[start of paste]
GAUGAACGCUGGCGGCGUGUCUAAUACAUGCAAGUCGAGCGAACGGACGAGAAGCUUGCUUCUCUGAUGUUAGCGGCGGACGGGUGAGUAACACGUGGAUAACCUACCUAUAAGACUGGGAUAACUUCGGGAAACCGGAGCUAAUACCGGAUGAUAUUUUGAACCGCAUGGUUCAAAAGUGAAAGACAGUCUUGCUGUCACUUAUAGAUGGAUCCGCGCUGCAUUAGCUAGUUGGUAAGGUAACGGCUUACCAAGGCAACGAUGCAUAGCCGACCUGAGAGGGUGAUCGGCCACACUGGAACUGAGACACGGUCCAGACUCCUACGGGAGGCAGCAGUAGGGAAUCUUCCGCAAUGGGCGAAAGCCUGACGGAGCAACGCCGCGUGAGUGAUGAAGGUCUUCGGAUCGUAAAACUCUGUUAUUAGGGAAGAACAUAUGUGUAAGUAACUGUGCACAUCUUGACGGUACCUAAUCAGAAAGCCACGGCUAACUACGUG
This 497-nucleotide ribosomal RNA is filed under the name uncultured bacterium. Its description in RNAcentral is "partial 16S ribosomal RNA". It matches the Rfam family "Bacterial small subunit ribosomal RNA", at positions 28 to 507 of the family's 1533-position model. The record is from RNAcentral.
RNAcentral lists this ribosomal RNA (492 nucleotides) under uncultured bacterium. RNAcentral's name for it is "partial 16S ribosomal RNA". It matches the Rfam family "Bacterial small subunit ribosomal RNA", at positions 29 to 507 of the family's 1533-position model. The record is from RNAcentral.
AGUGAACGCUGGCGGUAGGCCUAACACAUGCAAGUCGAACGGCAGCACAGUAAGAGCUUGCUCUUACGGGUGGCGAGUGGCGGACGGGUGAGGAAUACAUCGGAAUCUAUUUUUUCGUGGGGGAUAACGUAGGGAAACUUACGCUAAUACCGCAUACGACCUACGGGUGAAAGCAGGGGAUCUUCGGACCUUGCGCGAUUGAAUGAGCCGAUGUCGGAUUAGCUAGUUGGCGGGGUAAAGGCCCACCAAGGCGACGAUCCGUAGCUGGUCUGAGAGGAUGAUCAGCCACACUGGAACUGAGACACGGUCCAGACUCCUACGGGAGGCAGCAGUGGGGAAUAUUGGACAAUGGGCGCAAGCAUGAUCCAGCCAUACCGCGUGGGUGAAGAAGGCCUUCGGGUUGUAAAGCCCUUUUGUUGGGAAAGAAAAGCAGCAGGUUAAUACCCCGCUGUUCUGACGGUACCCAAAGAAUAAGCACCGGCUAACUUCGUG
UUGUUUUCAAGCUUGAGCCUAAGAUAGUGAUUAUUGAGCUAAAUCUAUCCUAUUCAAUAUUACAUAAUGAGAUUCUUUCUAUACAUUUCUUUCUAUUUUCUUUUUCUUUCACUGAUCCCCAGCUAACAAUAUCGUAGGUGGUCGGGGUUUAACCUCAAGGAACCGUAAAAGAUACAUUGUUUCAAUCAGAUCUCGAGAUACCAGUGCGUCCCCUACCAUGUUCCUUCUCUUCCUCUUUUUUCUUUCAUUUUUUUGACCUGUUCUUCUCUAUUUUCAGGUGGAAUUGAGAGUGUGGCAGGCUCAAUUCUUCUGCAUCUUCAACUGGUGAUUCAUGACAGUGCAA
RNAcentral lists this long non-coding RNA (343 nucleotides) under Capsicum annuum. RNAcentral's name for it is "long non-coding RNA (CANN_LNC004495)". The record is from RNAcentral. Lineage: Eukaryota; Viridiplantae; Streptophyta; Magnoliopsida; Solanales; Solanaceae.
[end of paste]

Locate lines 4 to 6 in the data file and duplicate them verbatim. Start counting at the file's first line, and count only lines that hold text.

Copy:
AGUGAACGCUGGCGGUAGGCCUAACACAUGCAAGUCGAACGGCAGCACAGUAAGAGCUUGCUCUUACGGGUGGCGAGUGGCGGACGGGUGAGGAAUACAUCGGAAUCUAUUUUUUCGUGGGGGAUAACGUAGGGAAACUUACGCUAAUACCGCAUACGACCUACGGGUGAAAGCAGGGGAUCUUCGGACCUUGCGCGAUUGAAUGAGCCGAUGUCGGAUUAGCUAGUUGGCGGGGUAAAGGCCCACCAAGGCGACGAUCCGUAGCUGGUCUGAGAGGAUGAUCAGCCACACUGGAACUGAGACACGGUCCAGACUCCUACGGGAGGCAGCAGUGGGGAAUAUUGGACAAUGGGCGCAAGCAUGAUCCAGCCAUACCGCGUGGGUGAAGAAGGCCUUCGGGUUGUAAAGCCCUUUUGUUGGGAAAGAAAAGCAGCAGGUUAAUACCCCGCUGUUCUGACGGUACCCAAAGAAUAAGCACCGGCUAACUUCGUG
UUGUUUUCAAGCUUGAGCCUAAGAUAGUGAUUAUUGAGCUAAAUCUAUCCUAUUCAAUAUUACAUAAUGAGAUUCUUUCUAUACAUUUCUUUCUAUUUUCUUUUUCUUUCACUGAUCCCCAGCUAACAAUAUCGUAGGUGGUCGGGGUUUAACCUCAAGGAACCGUAAAAGAUACAUUGUUUCAAUCAGAUCUCGAGAUACCAGUGCGUCCCCUACCAUGUUCCUUCUCUUCCUCUUUUUUCUUUCAUUUUUUUGACCUGUUCUUCUCUAUUUUCAGGUGGAAUUGAGAGUGUGGCAGGCUCAAUUCUUCUGCAUCUUCAACUGGUGAUUCAUGACAGUGCAA
RNAcentral lists this long non-coding RNA (343 nucleotides) under Capsicum annuum. RNAcentral's name for it is "long non-coding RNA (CANN_LNC004495)". The record is from RNAcentral. Lineage: Eukaryota; Viridiplantae; Streptophyta; Magnoliopsida; Solanales; Solanaceae.